In November 2010, Saucony introduced the neutral-cushioned ProGrid Triumph 8 (*Est. $130), the successor to the discontinued ProGrid Triumph 7. This shoe is known for providing excellent heel protection and delivering a more responsive feel than plusher neutral-cushioned models. Expert and user reviews of the ProGrid Triumph 8 are incredibly positive. Buzzillions.com users rate the shoe an average 4.5 out of 5 stars, saying it's a great balance between a firm, responsive ride and a plush base that encourages pronation. It should be noted that because the ProGrid Triumph 8 is firmer than a typical neutral-cushioned shoe, it's best suited for those with mildly high arches. Those with moderate to severely high arches should consider the Brooks Glycerin 9.
The Asics Gel-Nimbus 12 (*Est. $125) is also seen as a good choice for those who want an incredibly plush neutral-cushioned shoe. It was praised by both experts and reviewers for its stellar impact protection and fit. The Gel-Nimbus 13 is the latest version, and the brand says it has shaved 0.75 ounce from the shoe to make it lighter and faster. RuntheLine.com's Ross Middleton offers a nice comparison of the two models, saying that running enthusiasts like him will be tempted by the weight savings, but noting that the Gel-Nimbus 12 can now be found at a fraction of the cost. Amazon.com features a handful of user reviews, all of which are very positive and say the shoe feels closer to the ground.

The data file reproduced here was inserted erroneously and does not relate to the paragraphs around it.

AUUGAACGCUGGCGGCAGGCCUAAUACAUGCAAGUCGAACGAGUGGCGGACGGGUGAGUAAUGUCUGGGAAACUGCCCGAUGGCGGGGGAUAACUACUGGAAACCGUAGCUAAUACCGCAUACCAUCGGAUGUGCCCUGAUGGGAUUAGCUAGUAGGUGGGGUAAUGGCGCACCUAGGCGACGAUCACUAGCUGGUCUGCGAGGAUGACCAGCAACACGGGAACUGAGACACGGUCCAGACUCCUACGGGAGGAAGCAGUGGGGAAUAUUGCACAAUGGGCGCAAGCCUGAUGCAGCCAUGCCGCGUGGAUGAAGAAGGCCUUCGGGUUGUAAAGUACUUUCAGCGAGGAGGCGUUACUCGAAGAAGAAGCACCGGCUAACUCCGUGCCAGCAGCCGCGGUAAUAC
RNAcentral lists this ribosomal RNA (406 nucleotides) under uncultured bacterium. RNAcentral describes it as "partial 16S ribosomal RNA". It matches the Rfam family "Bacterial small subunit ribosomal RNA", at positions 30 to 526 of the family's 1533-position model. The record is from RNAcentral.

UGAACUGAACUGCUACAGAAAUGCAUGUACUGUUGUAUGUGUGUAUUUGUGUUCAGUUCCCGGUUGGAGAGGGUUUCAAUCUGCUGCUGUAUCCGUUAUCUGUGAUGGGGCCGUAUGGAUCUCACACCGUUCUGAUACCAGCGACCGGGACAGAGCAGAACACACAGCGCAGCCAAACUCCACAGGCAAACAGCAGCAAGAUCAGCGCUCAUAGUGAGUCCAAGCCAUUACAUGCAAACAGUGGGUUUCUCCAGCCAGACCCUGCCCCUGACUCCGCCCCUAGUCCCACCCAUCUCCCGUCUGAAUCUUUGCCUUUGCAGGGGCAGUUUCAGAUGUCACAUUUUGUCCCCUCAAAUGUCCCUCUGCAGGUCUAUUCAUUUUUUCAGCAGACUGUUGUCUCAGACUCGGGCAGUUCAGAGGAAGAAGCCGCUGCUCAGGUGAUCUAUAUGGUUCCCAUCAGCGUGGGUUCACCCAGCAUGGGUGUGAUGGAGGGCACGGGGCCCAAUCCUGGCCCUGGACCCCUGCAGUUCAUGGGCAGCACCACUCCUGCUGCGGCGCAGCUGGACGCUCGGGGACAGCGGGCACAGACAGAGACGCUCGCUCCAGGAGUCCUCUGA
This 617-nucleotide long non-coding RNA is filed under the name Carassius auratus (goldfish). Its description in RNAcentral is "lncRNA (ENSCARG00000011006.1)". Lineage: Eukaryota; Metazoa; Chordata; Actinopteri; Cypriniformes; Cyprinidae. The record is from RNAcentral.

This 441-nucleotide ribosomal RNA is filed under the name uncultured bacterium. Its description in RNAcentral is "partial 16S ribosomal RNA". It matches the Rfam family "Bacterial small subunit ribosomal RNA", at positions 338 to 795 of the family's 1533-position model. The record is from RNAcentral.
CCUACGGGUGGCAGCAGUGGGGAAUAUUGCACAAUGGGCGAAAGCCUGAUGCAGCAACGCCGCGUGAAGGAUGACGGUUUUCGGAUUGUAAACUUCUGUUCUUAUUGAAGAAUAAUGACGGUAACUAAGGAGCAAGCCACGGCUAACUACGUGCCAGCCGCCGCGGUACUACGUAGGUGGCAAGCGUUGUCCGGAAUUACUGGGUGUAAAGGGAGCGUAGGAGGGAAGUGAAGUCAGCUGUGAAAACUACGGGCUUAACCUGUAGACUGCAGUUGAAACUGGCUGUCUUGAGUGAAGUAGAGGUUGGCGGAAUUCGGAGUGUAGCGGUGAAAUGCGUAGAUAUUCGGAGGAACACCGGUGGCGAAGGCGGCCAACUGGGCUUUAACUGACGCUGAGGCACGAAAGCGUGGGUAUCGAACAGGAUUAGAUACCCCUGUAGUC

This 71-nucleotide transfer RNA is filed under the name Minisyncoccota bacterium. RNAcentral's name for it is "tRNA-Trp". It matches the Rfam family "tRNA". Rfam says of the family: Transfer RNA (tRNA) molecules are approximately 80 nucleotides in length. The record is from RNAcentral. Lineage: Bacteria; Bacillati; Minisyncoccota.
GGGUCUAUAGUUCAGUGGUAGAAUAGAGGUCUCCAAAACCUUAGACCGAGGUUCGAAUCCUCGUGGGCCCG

Fitness magazine editors say runners in the market for a neutral running shoe should consider the Adidas Supernova Glide 3 (*Est. $110). This secure, well-fitting shoe is "overwhelmingly soft," but remains both supportive and responsive thanks to subtle arch support and strategic flex grooves on the outsole. The Glide 3 also gets fantastic feedback from users at Amazon.com, Buzzillions.com and several blogs, including ActiveGearReview.com. Reviewers say the superb cushioning makes it a particularly good pick for those recovering from injury. Some warn, however, that the heel pocket is large compared to other models and can be uncomfortable for some runners.